Revenge Of The Nerds: It shouldn't come as a surprise. After all, it was a New Yorker named Woody Allen who set the stage decades ago, when he turned nebbishy intellectualism into an on-screen aphrodisiac. But for a long time no one paid attention; perhaps because Woody was using his brainy wiles to chat up Diane Keaton, not Ursula Andress. One wished him well, but did not yearn to unseat him. Throughout the Eighties, red- blooded, muscle-pumping specimens of American maleness rippled along blithely in Manhattan, confident that checkerboard abs and monosyllables would continue to win them mates for all time. But mid-Nineties, someone noticed that all the gym socks were turning into, well, bluestockings. Lanky, cheerleader-houris began shacking up with gnomelike computer geeks whose pockets overflowed with cyber-zillions; even John Travolta made a movie about becoming a genius.

Now, thanks to the present literary apotheosis of Ethan Hawke, Hollywood's anomie pin-up boy, even obscure New Yorkers with more grey cells than greenbacks have a good chance of getting a date. It was in October that the steamy young Renaissance goatee came out with a novel called The Hottest State. The subject was "50 to 80 per cent" his own recent failed love affair with a real-life local lass. When he made his appearance at a toney bookstore downtown at the end of the month, hundreds of irrepressible lovers of literature shoe-horned themselves into the shop to pay tribute to the young auteur.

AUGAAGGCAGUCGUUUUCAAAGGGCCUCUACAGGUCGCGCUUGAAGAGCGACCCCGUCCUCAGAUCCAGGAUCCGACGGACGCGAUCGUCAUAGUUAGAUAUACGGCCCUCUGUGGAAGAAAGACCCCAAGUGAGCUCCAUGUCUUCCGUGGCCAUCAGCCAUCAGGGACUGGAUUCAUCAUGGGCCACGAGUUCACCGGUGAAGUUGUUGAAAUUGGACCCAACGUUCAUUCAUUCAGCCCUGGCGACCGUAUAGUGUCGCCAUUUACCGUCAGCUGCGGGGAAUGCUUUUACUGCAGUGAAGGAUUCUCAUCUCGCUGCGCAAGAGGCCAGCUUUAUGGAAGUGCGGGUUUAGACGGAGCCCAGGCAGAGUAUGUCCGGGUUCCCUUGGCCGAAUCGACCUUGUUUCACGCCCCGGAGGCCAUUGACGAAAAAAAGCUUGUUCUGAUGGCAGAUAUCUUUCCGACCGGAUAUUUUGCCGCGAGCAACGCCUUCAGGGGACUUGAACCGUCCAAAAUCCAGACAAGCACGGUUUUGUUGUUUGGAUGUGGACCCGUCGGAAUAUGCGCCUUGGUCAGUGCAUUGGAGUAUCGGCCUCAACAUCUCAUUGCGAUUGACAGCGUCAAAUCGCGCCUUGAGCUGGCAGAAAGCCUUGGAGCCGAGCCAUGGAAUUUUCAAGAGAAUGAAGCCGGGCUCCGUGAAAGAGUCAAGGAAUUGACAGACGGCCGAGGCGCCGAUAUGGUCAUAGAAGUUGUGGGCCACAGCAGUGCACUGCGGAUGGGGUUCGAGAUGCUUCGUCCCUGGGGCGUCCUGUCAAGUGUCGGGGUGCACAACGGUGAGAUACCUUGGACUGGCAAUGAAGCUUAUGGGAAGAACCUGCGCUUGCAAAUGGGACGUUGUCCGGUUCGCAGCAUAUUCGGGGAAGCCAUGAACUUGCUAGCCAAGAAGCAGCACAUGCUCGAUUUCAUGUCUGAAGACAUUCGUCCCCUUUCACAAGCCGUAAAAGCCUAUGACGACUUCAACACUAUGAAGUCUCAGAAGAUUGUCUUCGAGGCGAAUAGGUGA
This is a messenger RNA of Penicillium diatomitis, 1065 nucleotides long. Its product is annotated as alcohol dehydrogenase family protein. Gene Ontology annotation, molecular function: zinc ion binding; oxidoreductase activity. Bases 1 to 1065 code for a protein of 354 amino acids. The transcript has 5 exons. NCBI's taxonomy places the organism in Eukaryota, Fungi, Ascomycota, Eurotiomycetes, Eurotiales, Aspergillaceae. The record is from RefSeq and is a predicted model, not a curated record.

All at once, Manhattanites of both sexes now can be seen racing to libraries and bookstores, and affecting squints and nervous tics. At Paul Stuart on Madison Avenue and at Joel Name in SoHo, they queue up to buy $500 pairs of specs, the more unflattering, the better. Shop windows lure young would-be eggheads with Underwood typewriters and handsewn volumes of Shaw and Moliere. Meanwhile, young shoppers snatch up the pricey specs and head off to the nearest Irish pub, where the sage new eyewear gives them new gravitas. If they don't have the money for the specs, they dye their hair Warhol white, or cultivate a 19th-century tubercular cough. All this because the venerable Hawke (who turned 26 this week) proved his mettle by writing a novel, acting in one (Great Expectations) and holding the attention of Uma Thurman.

The spread of Starbucks Coffee chains and Barnes and Nobles bookstores may have laid the groundwork, but New Yorkers blame Hawke most for the current vogue of books in cafes, from Edgar's on the Upper West Side to Cousin John's in Park Slope, Brooklyn. Not that New Yorkers are actually reading books: what with all the movies and opticians' appointments to fit in, where would they find the time?